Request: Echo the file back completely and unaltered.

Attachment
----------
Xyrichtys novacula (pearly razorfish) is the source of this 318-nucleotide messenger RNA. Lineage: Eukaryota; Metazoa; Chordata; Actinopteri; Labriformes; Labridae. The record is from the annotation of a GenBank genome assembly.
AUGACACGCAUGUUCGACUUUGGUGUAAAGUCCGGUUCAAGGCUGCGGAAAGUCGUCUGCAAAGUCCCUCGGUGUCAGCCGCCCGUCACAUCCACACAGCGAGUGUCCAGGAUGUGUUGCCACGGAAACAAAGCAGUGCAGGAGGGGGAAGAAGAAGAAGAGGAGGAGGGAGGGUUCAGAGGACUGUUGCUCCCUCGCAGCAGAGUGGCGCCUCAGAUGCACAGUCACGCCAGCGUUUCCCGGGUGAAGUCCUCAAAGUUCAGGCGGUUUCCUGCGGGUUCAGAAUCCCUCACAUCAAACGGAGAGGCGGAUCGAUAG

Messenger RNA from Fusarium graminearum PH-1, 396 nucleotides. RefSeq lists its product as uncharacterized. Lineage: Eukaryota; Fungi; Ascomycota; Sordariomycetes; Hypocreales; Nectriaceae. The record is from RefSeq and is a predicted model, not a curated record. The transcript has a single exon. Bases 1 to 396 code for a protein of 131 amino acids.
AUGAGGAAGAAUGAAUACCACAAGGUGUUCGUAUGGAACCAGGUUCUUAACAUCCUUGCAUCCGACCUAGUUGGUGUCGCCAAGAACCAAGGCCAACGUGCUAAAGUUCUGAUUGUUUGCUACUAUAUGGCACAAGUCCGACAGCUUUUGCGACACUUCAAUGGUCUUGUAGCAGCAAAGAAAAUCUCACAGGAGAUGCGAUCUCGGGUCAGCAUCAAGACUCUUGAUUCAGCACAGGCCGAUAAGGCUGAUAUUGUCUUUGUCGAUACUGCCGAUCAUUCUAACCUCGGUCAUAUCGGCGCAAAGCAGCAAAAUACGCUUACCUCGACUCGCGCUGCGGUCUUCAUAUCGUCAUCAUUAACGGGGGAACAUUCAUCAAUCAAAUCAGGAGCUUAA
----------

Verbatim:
Xyrichtys novacula (pearly razorfish) is the source of this 318-nucleotide messenger RNA. Lineage: Eukaryota; Metazoa; Chordata; Actinopteri; Labriformes; Labridae. The record is from the annotation of a GenBank genome assembly.
AUGACACGCAUGUUCGACUUUGGUGUAAAGUCCGGUUCAAGGCUGCGGAAAGUCGUCUGCAAAGUCCCUCGGUGUCAGCCGCCCGUCACAUCCACACAGCGAGUGUCCAGGAUGUGUUGCCACGGAAACAAAGCAGUGCAGGAGGGGGAAGAAGAAGAAGAGGAGGAGGGAGGGUUCAGAGGACUGUUGCUCCCUCGCAGCAGAGUGGCGCCUCAGAUGCACAGUCACGCCAGCGUUUCCCGGGUGAAGUCCUCAAAGUUCAGGCGGUUUCCUGCGGGUUCAGAAUCCCUCACAUCAAACGGAGAGGCGGAUCGAUAG

Messenger RNA from Fusarium graminearum PH-1, 396 nucleotides. RefSeq lists its product as uncharacterized. Lineage: Eukaryota; Fungi; Ascomycota; Sordariomycetes; Hypocreales; Nectriaceae. The record is from RefSeq and is a predicted model, not a curated record. The transcript has a single exon. Bases 1 to 396 code for a protein of 131 amino acids.
AUGAGGAAGAAUGAAUACCACAAGGUGUUCGUAUGGAACCAGGUUCUUAACAUCCUUGCAUCCGACCUAGUUGGUGUCGCCAAGAACCAAGGCCAACGUGCUAAAGUUCUGAUUGUUUGCUACUAUAUGGCACAAGUCCGACAGCUUUUGCGACACUUCAAUGGUCUUGUAGCAGCAAAGAAAAUCUCACAGGAGAUGCGAUCUCGGGUCAGCAUCAAGACUCUUGAUUCAGCACAGGCCGAUAAGGCUGAUAUUGUCUUUGUCGAUACUGCCGAUCAUUCUAACCUCGGUCAUAUCGGCGCAAAGCAGCAAAAUACGCUUACCUCGACUCGCGCUGCGGUCUUCAUAUCGUCAUCAUUAACGGGGGAACAUUCAUCAAUCAAAUCAGGAGCUUAA